A crypto culture of life director?

The director who brought us blockbusters like The Sixth Sense and Signs has just released on DVD what critics derided as a flop. With 72 percent of critics hating it, M. Night Shyamalan’s The Happening was seen as the fall from grace of a 21st century Hitchcock. Considered eerie and arty, Shyamalan said that this time he just wanted to make a "B movie." The critics took him at his word and panned it. But they missed the point: The Happening is a painful satire on a Western culture which has turned its back on new life by preventing or aborting the next generation, claiming population control as its justification.

Some warnings. First, this film contains savage imagery. One after another characters commit suicide in bizarre and bloody ways. Unfortunately, it runs the danger of brutalising the audience it hopes to civilise. Second, this review, in order to rescue The Happening from its critics, contains numerous unapologetic spoilers—reader beware.

In the film, people’s survival instinct is reversed by New England’s flora. As a defence against human overpopulation, plants are releasing an invisible neurotoxin which causes those who inhale it to kill themselves by the first available means. Lemmings throw themselves off cliffs in order to reduce their population. Population control advocates do not throw themselves over cliffs; they throw the next generation. One of the opening scenes of the film depicts a host of construction workers walking off the top of a 20-storey building like lemmings. The film shows citizens of the culture of death doing to themselves what they usually do to the next generation, especially the unborn.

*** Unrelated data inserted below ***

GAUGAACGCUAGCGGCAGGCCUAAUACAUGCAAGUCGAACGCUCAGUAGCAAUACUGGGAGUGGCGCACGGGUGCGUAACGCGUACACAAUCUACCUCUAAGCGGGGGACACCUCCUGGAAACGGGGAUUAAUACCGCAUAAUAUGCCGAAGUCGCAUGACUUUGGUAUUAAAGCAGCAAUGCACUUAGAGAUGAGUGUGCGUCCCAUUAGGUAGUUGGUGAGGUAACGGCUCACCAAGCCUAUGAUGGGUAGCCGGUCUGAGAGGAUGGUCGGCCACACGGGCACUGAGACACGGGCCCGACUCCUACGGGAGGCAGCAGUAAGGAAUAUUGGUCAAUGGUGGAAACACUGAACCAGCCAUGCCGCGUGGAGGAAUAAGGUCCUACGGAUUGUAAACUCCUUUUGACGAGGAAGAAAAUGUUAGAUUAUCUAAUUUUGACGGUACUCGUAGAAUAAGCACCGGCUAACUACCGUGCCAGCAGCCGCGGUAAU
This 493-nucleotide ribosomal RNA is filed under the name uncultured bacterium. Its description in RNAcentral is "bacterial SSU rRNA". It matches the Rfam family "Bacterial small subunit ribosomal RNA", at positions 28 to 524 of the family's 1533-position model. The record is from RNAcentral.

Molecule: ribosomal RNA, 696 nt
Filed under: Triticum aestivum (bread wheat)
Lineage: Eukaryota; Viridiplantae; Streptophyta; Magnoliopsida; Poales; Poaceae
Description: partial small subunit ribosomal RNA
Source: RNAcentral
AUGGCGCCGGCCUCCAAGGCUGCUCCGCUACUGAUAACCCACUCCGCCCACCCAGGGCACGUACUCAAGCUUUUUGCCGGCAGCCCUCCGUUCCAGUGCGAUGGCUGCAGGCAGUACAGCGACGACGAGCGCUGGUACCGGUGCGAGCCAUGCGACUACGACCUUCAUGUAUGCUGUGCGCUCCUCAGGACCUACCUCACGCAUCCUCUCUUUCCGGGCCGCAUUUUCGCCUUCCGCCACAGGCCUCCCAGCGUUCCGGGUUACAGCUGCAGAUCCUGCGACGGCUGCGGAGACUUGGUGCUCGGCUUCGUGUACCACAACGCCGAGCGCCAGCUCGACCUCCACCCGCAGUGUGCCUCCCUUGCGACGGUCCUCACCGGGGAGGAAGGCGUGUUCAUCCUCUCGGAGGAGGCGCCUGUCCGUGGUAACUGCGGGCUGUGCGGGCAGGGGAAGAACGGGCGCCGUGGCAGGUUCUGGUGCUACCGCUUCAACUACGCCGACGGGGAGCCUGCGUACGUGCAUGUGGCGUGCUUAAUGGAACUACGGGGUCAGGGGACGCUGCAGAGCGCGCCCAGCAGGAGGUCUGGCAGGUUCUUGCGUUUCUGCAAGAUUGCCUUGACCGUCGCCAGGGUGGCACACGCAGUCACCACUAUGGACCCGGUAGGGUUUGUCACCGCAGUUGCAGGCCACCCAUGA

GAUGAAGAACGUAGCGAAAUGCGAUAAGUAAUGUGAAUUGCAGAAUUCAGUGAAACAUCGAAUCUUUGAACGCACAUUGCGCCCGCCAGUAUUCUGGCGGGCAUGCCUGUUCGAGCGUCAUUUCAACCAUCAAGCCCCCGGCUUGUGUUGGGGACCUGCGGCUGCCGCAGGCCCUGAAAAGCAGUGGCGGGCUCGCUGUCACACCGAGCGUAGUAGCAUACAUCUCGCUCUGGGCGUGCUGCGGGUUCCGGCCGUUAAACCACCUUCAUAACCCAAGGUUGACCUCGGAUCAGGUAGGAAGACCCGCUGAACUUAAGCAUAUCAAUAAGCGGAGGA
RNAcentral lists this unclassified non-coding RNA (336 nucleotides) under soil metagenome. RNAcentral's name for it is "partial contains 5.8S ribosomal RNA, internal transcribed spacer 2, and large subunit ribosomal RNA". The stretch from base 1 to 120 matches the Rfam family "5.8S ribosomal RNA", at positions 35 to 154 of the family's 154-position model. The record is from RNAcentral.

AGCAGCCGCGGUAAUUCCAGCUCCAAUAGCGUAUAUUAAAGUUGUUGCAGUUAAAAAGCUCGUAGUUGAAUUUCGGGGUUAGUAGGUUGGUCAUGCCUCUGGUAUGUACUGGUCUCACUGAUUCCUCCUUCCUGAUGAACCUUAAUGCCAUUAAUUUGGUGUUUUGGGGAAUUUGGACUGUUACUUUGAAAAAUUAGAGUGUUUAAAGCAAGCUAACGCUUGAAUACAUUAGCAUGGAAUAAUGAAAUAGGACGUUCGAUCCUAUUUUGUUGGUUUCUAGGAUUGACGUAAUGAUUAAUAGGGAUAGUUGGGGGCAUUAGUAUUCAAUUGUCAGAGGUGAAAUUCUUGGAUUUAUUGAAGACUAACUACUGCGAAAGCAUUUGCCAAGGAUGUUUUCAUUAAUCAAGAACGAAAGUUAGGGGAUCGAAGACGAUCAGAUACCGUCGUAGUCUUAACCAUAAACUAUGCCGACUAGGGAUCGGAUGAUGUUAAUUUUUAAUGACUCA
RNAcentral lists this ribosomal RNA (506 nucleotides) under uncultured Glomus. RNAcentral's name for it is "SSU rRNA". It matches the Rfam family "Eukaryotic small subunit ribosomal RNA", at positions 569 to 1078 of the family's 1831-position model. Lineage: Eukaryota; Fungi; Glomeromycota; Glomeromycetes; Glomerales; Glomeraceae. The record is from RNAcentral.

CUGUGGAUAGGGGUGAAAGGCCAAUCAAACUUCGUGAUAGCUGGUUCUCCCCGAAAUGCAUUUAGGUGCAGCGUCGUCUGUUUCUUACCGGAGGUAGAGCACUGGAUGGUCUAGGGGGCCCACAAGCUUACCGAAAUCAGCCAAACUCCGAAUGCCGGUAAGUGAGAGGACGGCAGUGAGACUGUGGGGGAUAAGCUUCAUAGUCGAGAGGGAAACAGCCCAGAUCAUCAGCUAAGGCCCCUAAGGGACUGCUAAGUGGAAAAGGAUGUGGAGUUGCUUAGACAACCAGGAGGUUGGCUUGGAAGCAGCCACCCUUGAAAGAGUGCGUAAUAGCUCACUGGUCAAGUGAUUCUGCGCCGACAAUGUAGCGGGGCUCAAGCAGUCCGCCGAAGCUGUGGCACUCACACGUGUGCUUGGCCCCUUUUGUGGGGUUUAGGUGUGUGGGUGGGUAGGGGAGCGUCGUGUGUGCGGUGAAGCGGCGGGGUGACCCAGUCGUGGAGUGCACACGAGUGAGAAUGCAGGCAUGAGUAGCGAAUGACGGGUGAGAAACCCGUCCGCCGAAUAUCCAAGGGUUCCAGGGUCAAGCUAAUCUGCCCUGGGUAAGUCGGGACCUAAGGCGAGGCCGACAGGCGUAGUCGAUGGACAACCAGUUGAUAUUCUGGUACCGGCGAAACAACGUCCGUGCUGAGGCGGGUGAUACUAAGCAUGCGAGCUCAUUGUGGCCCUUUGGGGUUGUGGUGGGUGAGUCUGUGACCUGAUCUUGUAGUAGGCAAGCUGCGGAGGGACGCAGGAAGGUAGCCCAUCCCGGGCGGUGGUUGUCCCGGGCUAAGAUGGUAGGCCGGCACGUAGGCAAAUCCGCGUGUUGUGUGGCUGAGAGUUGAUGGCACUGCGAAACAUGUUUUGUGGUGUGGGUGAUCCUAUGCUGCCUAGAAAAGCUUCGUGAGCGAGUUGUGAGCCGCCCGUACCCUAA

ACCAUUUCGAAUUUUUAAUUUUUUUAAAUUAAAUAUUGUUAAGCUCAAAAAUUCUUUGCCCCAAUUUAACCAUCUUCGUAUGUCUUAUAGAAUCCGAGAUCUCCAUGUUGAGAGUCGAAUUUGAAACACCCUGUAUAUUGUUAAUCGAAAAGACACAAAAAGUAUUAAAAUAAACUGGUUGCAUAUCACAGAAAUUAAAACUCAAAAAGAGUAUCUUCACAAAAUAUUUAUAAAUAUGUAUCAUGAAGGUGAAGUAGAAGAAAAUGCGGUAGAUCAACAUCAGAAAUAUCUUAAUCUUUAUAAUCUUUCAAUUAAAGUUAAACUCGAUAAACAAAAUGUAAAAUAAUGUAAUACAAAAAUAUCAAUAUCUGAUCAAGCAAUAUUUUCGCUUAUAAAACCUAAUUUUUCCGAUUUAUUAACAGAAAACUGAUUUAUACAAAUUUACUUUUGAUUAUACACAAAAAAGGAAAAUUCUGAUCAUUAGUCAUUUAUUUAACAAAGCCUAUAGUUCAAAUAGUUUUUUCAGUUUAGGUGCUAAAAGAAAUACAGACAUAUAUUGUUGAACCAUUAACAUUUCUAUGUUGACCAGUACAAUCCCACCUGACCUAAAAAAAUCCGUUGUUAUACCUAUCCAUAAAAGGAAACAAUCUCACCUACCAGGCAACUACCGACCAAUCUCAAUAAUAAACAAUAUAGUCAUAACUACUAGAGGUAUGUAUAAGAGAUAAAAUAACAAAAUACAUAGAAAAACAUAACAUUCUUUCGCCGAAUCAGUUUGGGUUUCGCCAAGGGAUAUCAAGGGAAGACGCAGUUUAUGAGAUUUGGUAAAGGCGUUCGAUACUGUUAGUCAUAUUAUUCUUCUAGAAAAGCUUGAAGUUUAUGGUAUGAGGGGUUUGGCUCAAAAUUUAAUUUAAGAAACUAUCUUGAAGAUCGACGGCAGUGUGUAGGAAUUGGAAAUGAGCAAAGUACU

High school biology teacher Elliot Moore (Mark Wahlberg) is married to the beautiful but sullen Alma (Zooey Deschanel), who is afraid to have children – like so many others. A young boy, with whom the couple flees from the happening, raises the topic. "Are ya married?... Yes....Got kids?... We’re waiting.... For what?... Huh?!... In marriage you gotta take responsibility." Shocked, Elliot stops the conversation. But in the tender closing scene, shot from a great distance, the couple is celebrating a positive pregnancy test.

Population and reproduction are placed front and centre. In the opening scene Elliot is asking his students to employ the scientific method to discover why the US population of bees has dropped so dramatically. The students hypothesise. Disease? Parasites? Disorienting cell signals? Elliot counters, "but where are all the bee bodies?" Teacher and students ignore an obvious scientific answer: the bees are not reproducing. This "B movie" does not let the audience ignore the missing bodies of the stifled next generation.